In two years, we have already benefited from an upgrade to an enhanced system that meets additional requirements out-of-the box, resulting from other customer organizations of the provider company; this upgrade cost us only half an hour of downtime and a couple of hours for testing.

Now we know that sustainability is excellent, with no headaches to worry about keeping the application up-to-date and upgraded.

4. What is Software as a Service Scalability?

We wondered if it would scale to all our users. With 187 Member Countries and their multiple institutions, the number of Codex Alimentarius users would grow fast. At the time of this procurement, users’ numbers and names were not known. And over time, for different document reviews, the users would be different.

Yet, we didn’t need to worry. Should we need to add more users, we can simply adjust the license subscription as required.

5. Can SaaS Ensure Data Security?

We wondered how secure the site would be. Will we be able to preserve our data confidentiality and retrieve it definitively at contract end?

We have experienced no major data security issues to date. The system is on a dedicated server, stable and registers good performance. “Our system is not lost somewhere in the Clouds – but is accessible in the cloud.”

6. Will SaaS Providers Have Good Support?

We worried that we would not get a timely response. However, service provider’s IT support is friendly, accurate, timely and responsive when we experience unexpected user problems that we did not foresee in our risk assessment process.

For example, the system is configured to send automatic invitations to participate in reviews, or reminders of approaching deadlines.  A few weeks after deployment we started receiving hundreds and hundreds of “undelivered email” notifications which was mostly due to the recipients’ security systems rejecting the automatic emails considering them “suspicious”, because the sender address belonged to FAO domain but emails were actually sent from the SaaS email server.

Additional work had to be done to identify the problem and implement some mitigation measures that now consist of having the automatic notification emails sent from the SaaS email address, and just indicating Codex Alimentarius in the user name part of the address. It is not the optimal solution, but it works and is acceptable. We still have cases of undelivered mail due to various other reasons, which still implies for us a user “reach-out” case by case: time-consuming work.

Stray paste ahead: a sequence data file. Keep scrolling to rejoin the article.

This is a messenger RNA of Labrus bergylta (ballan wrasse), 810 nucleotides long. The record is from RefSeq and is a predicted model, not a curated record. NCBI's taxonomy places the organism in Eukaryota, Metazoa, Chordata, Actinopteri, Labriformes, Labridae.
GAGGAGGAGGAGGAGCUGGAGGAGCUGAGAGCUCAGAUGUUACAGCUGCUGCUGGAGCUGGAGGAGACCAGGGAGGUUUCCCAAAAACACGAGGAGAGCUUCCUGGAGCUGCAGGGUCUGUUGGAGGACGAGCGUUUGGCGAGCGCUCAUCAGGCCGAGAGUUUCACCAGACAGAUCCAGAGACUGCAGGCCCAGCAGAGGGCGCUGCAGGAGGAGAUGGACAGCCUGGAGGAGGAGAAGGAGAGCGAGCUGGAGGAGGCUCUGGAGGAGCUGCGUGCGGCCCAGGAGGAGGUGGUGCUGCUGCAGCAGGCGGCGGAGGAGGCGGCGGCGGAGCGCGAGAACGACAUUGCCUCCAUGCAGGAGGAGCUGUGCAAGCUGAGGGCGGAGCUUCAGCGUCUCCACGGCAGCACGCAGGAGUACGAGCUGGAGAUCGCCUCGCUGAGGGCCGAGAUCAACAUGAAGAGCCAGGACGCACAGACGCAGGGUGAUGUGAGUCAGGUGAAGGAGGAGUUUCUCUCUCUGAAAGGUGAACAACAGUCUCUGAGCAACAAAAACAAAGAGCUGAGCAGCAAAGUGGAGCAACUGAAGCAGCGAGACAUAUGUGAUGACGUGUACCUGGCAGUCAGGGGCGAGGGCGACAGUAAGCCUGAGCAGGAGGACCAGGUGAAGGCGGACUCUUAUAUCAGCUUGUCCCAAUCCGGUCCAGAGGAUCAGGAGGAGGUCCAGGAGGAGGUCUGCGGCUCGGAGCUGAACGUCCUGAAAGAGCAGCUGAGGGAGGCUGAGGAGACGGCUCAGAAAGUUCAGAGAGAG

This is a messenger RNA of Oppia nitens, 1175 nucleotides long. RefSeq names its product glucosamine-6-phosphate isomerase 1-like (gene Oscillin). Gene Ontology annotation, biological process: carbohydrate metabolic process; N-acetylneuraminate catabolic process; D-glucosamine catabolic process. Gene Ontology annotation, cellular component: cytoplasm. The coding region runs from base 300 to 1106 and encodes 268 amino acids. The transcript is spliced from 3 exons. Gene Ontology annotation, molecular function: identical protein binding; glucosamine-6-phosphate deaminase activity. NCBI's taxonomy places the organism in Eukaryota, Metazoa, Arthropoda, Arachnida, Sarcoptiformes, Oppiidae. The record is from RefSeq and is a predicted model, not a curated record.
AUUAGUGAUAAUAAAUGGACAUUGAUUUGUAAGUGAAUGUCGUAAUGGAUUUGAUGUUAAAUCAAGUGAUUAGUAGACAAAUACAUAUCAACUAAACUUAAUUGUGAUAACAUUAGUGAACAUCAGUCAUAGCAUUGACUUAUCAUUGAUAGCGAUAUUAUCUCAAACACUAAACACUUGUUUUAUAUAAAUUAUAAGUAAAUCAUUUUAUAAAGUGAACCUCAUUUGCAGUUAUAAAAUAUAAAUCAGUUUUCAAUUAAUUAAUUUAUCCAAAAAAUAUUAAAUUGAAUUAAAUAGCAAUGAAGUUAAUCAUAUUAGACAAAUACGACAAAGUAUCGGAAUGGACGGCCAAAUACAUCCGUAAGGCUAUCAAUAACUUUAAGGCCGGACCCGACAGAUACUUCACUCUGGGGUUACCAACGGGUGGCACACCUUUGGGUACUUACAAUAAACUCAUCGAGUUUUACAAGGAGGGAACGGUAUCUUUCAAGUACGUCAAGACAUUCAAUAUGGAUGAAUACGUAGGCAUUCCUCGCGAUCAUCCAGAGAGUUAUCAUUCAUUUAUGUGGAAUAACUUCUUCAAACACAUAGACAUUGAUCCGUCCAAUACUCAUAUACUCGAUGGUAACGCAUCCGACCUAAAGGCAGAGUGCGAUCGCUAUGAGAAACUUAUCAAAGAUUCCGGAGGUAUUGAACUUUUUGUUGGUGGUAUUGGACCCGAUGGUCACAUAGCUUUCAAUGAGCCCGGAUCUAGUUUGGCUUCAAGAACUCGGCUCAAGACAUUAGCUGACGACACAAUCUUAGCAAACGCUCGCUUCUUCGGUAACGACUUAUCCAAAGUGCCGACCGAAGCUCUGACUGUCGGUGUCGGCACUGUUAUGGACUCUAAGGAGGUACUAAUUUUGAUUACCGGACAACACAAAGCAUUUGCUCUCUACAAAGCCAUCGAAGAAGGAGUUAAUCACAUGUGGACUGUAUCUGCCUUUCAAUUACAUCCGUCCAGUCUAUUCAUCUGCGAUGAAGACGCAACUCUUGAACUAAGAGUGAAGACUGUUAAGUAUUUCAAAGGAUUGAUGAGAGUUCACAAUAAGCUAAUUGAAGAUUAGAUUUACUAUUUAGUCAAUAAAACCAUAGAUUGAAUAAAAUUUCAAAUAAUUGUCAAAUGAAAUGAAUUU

In the process we learned that it is simply not possible to foresee all potential problems, even with a comprehensive evaluation and risk assessment done both by FAO and the service provider.

Conclusion: Software as a Service is Viable for FAO

Overall, we learned that “built-in-house software is a “dedicated” system with one Business Owner to support the costs. Cloud-computing SaaS is a “specialized” system with costs shared among hundreds of Business Owners”.

In addition, we realized that the process of buying IT services is very different from building a solution in-house. In our case, it was necessary to combine knowledge and experience of several business areas in FAO:

  • The Codex Alimentarius (specific domain knowledge and the required functionality of the IT solution).
  • IT Division (general IT domain including information security and user management).
  • Procurement (contracts with providers).
  • Legal Office (data protection and special status of FAO as an international organization).
  • Office for Corporate Communication and Finance Division.

In the process, all those involved learned something new about the others’ domains. Now we know that next time we have to strengthen the risk assessment and analysis but we also feel better equipped to deal with similar projects in the future.

And last but not least, using Cloud and SaaS systems can be successful, with some important prerequisites by the internal IT Division, which must be able and ready:

  • To initially ADVISE during the identification of the SaaS and its acquisition
  • To SUPPORT the IT requirements and security aspects during the initial set-up, integration and usage of the system.
  • To assist in MONITORING the evolution of the on-going service and its long-term potentiality.

All this shows clearly how technological development and trends change the traditional role of both IT Division and business offices when acquiring cloud-based IT solutions. 

By Gordana Korolija and Donatella Mori, two IT specialists at FAO, working on the IT provider and IT customer “collaborative fronts”.  The views expressed in this post are those of the authors and do not necessarily reflect the views of the Food and Agriculture Organization of the United Nations (FAO).